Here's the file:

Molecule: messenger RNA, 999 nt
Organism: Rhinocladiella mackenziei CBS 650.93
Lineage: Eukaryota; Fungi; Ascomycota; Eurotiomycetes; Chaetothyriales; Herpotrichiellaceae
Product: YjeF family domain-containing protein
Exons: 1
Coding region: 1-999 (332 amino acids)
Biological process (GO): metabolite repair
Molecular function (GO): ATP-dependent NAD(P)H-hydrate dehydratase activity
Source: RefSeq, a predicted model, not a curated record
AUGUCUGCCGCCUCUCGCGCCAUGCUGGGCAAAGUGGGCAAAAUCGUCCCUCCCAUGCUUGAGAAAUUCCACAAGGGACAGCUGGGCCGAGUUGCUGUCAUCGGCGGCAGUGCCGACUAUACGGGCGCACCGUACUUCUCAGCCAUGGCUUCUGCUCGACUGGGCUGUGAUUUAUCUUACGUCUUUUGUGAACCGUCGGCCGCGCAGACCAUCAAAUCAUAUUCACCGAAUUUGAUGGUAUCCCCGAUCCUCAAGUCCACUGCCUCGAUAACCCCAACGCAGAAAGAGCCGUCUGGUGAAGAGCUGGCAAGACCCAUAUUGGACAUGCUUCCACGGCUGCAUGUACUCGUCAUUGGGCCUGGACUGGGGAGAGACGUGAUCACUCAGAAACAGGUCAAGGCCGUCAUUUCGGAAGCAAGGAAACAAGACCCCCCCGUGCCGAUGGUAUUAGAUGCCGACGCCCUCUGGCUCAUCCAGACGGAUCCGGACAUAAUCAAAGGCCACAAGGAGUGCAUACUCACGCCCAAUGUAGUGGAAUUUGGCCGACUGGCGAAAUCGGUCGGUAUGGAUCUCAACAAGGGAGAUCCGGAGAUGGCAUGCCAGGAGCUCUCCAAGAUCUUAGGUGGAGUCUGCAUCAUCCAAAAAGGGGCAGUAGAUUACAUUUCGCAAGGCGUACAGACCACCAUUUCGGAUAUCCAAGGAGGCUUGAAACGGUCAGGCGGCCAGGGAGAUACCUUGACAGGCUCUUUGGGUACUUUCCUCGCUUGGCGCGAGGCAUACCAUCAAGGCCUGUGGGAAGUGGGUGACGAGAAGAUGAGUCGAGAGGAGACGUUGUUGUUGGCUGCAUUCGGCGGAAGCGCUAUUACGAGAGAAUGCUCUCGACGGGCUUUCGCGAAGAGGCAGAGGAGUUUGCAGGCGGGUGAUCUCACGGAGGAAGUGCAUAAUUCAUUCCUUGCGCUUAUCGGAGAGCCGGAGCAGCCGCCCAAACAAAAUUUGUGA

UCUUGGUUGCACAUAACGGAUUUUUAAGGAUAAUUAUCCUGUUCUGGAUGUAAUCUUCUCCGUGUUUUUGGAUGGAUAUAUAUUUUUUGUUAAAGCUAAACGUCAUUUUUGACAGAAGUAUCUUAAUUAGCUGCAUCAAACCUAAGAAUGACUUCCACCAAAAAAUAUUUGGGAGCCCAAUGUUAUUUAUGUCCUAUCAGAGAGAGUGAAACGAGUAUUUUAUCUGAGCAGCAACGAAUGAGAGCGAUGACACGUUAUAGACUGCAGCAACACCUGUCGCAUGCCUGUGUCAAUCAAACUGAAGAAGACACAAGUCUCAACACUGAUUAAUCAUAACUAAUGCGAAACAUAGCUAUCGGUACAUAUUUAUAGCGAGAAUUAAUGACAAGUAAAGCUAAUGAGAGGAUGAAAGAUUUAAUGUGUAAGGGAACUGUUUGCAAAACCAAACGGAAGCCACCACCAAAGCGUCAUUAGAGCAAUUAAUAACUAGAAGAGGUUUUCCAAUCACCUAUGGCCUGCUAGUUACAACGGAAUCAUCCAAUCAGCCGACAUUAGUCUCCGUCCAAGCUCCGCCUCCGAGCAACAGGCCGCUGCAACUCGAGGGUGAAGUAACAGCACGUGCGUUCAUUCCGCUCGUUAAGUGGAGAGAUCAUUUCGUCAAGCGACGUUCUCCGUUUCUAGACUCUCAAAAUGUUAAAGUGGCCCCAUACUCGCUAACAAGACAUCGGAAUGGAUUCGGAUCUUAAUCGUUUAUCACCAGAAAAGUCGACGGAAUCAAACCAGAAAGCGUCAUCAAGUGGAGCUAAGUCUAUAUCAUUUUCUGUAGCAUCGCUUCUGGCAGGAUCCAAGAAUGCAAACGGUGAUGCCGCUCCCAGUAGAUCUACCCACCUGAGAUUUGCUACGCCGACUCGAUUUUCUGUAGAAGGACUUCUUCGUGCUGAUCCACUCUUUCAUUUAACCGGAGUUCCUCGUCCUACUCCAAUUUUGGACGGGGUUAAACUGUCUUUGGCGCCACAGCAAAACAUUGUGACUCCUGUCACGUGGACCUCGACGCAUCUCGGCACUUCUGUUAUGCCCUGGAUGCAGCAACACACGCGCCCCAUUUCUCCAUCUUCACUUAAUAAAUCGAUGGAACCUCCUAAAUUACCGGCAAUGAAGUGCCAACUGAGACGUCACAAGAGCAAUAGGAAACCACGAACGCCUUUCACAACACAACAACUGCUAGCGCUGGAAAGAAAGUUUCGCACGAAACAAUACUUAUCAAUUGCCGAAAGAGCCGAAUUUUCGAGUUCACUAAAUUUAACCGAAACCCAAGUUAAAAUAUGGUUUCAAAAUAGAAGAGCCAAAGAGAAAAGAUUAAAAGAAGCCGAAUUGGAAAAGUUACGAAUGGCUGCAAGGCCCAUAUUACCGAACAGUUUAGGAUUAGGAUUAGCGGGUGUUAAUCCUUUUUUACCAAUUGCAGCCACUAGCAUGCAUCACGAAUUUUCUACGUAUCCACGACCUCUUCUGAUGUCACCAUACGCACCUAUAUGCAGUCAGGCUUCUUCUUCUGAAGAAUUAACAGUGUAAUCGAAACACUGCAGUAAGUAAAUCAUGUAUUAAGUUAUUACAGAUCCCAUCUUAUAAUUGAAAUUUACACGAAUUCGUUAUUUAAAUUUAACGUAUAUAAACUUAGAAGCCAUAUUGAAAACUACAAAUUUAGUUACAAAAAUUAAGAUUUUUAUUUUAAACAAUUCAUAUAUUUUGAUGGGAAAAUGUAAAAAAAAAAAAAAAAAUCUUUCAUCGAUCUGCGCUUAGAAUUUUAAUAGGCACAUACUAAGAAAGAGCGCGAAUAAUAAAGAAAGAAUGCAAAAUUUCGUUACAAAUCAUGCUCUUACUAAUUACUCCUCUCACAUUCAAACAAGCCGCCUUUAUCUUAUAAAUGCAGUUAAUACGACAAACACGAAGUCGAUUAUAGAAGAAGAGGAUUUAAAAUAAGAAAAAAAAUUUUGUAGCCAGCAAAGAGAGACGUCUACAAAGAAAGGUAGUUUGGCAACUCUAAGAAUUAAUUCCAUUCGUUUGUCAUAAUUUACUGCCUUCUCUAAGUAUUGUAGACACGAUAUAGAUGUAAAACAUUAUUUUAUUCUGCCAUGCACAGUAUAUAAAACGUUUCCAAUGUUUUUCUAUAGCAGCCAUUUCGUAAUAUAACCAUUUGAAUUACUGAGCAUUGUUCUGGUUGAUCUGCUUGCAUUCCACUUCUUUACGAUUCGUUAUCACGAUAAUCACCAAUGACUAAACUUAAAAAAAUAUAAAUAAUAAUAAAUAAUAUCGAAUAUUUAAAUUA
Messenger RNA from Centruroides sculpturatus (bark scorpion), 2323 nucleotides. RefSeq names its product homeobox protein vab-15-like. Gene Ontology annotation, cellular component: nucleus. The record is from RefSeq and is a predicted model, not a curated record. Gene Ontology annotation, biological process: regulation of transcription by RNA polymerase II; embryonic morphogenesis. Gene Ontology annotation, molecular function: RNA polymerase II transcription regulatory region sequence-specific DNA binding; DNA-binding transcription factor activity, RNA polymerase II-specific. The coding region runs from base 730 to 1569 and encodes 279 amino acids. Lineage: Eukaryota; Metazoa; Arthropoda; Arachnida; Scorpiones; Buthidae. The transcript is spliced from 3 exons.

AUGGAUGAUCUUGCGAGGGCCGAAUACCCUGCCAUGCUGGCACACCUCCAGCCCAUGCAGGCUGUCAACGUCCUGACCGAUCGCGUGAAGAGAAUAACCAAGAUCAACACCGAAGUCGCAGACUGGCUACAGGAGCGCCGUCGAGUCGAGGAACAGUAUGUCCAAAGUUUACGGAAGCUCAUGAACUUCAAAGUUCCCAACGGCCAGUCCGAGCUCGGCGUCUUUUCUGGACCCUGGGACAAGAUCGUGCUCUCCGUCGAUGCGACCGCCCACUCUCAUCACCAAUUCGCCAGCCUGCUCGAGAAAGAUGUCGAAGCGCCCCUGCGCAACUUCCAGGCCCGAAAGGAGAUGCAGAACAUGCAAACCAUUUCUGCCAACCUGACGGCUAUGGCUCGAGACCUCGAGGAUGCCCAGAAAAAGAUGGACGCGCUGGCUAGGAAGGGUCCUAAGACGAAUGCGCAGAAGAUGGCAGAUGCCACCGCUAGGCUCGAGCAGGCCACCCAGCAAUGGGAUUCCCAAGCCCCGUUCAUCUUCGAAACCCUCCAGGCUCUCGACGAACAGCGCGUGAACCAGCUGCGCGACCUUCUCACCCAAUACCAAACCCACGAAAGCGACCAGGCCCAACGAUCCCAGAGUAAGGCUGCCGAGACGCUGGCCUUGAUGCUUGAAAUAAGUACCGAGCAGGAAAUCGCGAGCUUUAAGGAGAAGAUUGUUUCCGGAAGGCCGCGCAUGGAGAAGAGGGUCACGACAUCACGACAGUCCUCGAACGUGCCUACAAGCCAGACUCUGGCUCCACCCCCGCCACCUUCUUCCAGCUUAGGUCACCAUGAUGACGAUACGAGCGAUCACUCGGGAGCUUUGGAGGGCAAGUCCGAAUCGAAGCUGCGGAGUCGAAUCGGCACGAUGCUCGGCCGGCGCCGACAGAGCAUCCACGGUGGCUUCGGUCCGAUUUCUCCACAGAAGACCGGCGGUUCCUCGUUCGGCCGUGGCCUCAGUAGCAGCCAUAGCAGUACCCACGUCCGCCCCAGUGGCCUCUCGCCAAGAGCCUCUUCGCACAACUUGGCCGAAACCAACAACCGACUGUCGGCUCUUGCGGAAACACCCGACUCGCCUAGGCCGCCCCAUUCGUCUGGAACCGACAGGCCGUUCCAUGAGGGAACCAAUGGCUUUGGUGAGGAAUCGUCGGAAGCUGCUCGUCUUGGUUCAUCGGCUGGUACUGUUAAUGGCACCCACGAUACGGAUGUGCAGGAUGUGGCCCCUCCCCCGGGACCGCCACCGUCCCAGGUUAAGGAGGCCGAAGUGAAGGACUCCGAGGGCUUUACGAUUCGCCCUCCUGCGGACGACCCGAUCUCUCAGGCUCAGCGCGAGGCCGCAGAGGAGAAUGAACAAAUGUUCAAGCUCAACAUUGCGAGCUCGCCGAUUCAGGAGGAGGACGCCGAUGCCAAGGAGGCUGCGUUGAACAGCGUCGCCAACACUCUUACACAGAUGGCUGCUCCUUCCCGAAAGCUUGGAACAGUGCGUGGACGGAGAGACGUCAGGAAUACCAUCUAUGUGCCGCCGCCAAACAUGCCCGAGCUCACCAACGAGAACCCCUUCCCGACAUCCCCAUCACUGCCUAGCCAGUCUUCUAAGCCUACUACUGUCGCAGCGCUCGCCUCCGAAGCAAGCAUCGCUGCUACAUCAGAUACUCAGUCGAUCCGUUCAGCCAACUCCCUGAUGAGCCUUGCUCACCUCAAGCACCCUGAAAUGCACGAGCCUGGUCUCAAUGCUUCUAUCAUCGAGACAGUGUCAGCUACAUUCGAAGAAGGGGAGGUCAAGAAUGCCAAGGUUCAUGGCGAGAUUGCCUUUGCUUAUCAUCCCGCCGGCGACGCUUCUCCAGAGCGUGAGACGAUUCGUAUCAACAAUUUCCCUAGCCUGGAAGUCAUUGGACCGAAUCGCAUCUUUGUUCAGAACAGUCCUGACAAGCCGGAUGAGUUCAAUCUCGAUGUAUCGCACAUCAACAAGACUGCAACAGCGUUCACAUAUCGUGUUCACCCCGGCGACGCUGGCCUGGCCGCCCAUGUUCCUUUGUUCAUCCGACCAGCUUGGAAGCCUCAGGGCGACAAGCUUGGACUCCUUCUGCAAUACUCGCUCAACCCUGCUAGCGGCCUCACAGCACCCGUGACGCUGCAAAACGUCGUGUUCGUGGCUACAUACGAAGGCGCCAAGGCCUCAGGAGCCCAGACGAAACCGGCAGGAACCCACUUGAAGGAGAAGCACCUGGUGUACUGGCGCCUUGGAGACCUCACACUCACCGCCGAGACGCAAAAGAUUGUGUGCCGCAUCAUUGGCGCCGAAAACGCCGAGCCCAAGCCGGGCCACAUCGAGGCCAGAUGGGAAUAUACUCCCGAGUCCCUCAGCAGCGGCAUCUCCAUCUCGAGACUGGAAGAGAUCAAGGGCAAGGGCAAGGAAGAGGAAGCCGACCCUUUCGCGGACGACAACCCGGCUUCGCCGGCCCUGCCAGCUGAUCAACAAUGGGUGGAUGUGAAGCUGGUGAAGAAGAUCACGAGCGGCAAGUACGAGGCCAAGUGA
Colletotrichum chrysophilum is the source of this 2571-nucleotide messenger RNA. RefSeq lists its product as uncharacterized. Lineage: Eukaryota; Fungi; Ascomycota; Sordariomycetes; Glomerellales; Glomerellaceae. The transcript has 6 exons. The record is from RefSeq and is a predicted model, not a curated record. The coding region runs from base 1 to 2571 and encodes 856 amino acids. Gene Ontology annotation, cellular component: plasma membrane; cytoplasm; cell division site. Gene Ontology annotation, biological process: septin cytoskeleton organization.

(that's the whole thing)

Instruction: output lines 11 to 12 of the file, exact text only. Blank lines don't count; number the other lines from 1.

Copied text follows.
UCUUGGUUGCACAUAACGGAUUUUUAAGGAUAAUUAUCCUGUUCUGGAUGUAAUCUUCUCCGUGUUUUUGGAUGGAUAUAUAUUUUUUGUUAAAGCUAAACGUCAUUUUUGACAGAAGUAUCUUAAUUAGCUGCAUCAAACCUAAGAAUGACUUCCACCAAAAAAUAUUUGGGAGCCCAAUGUUAUUUAUGUCCUAUCAGAGAGAGUGAAACGAGUAUUUUAUCUGAGCAGCAACGAAUGAGAGCGAUGACACGUUAUAGACUGCAGCAACACCUGUCGCAUGCCUGUGUCAAUCAAACUGAAGAAGACACAAGUCUCAACACUGAUUAAUCAUAACUAAUGCGAAACAUAGCUAUCGGUACAUAUUUAUAGCGAGAAUUAAUGACAAGUAAAGCUAAUGAGAGGAUGAAAGAUUUAAUGUGUAAGGGAACUGUUUGCAAAACCAAACGGAAGCCACCACCAAAGCGUCAUUAGAGCAAUUAAUAACUAGAAGAGGUUUUCCAAUCACCUAUGGCCUGCUAGUUACAACGGAAUCAUCCAAUCAGCCGACAUUAGUCUCCGUCCAAGCUCCGCCUCCGAGCAACAGGCCGCUGCAACUCGAGGGUGAAGUAACAGCACGUGCGUUCAUUCCGCUCGUUAAGUGGAGAGAUCAUUUCGUCAAGCGACGUUCUCCGUUUCUAGACUCUCAAAAUGUUAAAGUGGCCCCAUACUCGCUAACAAGACAUCGGAAUGGAUUCGGAUCUUAAUCGUUUAUCACCAGAAAAGUCGACGGAAUCAAACCAGAAAGCGUCAUCAAGUGGAGCUAAGUCUAUAUCAUUUUCUGUAGCAUCGCUUCUGGCAGGAUCCAAGAAUGCAAACGGUGAUGCCGCUCCCAGUAGAUCUACCCACCUGAGAUUUGCUACGCCGACUCGAUUUUCUGUAGAAGGACUUCUUCGUGCUGAUCCACUCUUUCAUUUAACCGGAGUUCCUCGUCCUACUCCAAUUUUGGACGGGGUUAAACUGUCUUUGGCGCCACAGCAAAACAUUGUGACUCCUGUCACGUGGACCUCGACGCAUCUCGGCACUUCUGUUAUGCCCUGGAUGCAGCAACACACGCGCCCCAUUUCUCCAUCUUCACUUAAUAAAUCGAUGGAACCUCCUAAAUUACCGGCAAUGAAGUGCCAACUGAGACGUCACAAGAGCAAUAGGAAACCACGAACGCCUUUCACAACACAACAACUGCUAGCGCUGGAAAGAAAGUUUCGCACGAAACAAUACUUAUCAAUUGCCGAAAGAGCCGAAUUUUCGAGUUCACUAAAUUUAACCGAAACCCAAGUUAAAAUAUGGUUUCAAAAUAGAAGAGCCAAAGAGAAAAGAUUAAAAGAAGCCGAAUUGGAAAAGUUACGAAUGGCUGCAAGGCCCAUAUUACCGAACAGUUUAGGAUUAGGAUUAGCGGGUGUUAAUCCUUUUUUACCAAUUGCAGCCACUAGCAUGCAUCACGAAUUUUCUACGUAUCCACGACCUCUUCUGAUGUCACCAUACGCACCUAUAUGCAGUCAGGCUUCUUCUUCUGAAGAAUUAACAGUGUAAUCGAAACACUGCAGUAAGUAAAUCAUGUAUUAAGUUAUUACAGAUCCCAUCUUAUAAUUGAAAUUUACACGAAUUCGUUAUUUAAAUUUAACGUAUAUAAACUUAGAAGCCAUAUUGAAAACUACAAAUUUAGUUACAAAAAUUAAGAUUUUUAUUUUAAACAAUUCAUAUAUUUUGAUGGGAAAAUGUAAAAAAAAAAAAAAAAAUCUUUCAUCGAUCUGCGCUUAGAAUUUUAAUAGGCACAUACUAAGAAAGAGCGCGAAUAAUAAAGAAAGAAUGCAAAAUUUCGUUACAAAUCAUGCUCUUACUAAUUACUCCUCUCACAUUCAAACAAGCCGCCUUUAUCUUAUAAAUGCAGUUAAUACGACAAACACGAAGUCGAUUAUAGAAGAAGAGGAUUUAAAAUAAGAAAAAAAAUUUUGUAGCCAGCAAAGAGAGACGUCUACAAAGAAAGGUAGUUUGGCAACUCUAAGAAUUAAUUCCAUUCGUUUGUCAUAAUUUACUGCCUUCUCUAAGUAUUGUAGACACGAUAUAGAUGUAAAACAUUAUUUUAUUCUGCCAUGCACAGUAUAUAAAACGUUUCCAAUGUUUUUCUAUAGCAGCCAUUUCGUAAUAUAACCAUUUGAAUUACUGAGCAUUGUUCUGGUUGAUCUGCUUGCAUUCCACUUCUUUACGAUUCGUUAUCACGAUAAUCACCAAUGACUAAACUUAAAAAAAUAUAAAUAAUAAUAAAUAAUAUCGAAUAUUUAAAUUA
Messenger RNA from Centruroides sculpturatus (bark scorpion), 2323 nucleotides. RefSeq names its product homeobox protein vab-15-like. Gene Ontology annotation, cellular component: nucleus. The record is from RefSeq and is a predicted model, not a curated record. Gene Ontology annotation, biological process: regulation of transcription by RNA polymerase II; embryonic morphogenesis. Gene Ontology annotation, molecular function: RNA polymerase II transcription regulatory region sequence-specific DNA binding; DNA-binding transcription factor activity, RNA polymerase II-specific. The coding region runs from base 730 to 1569 and encodes 279 amino acids. Lineage: Eukaryota; Metazoa; Arthropoda; Arachnida; Scorpiones; Buthidae. The transcript is spliced from 3 exons.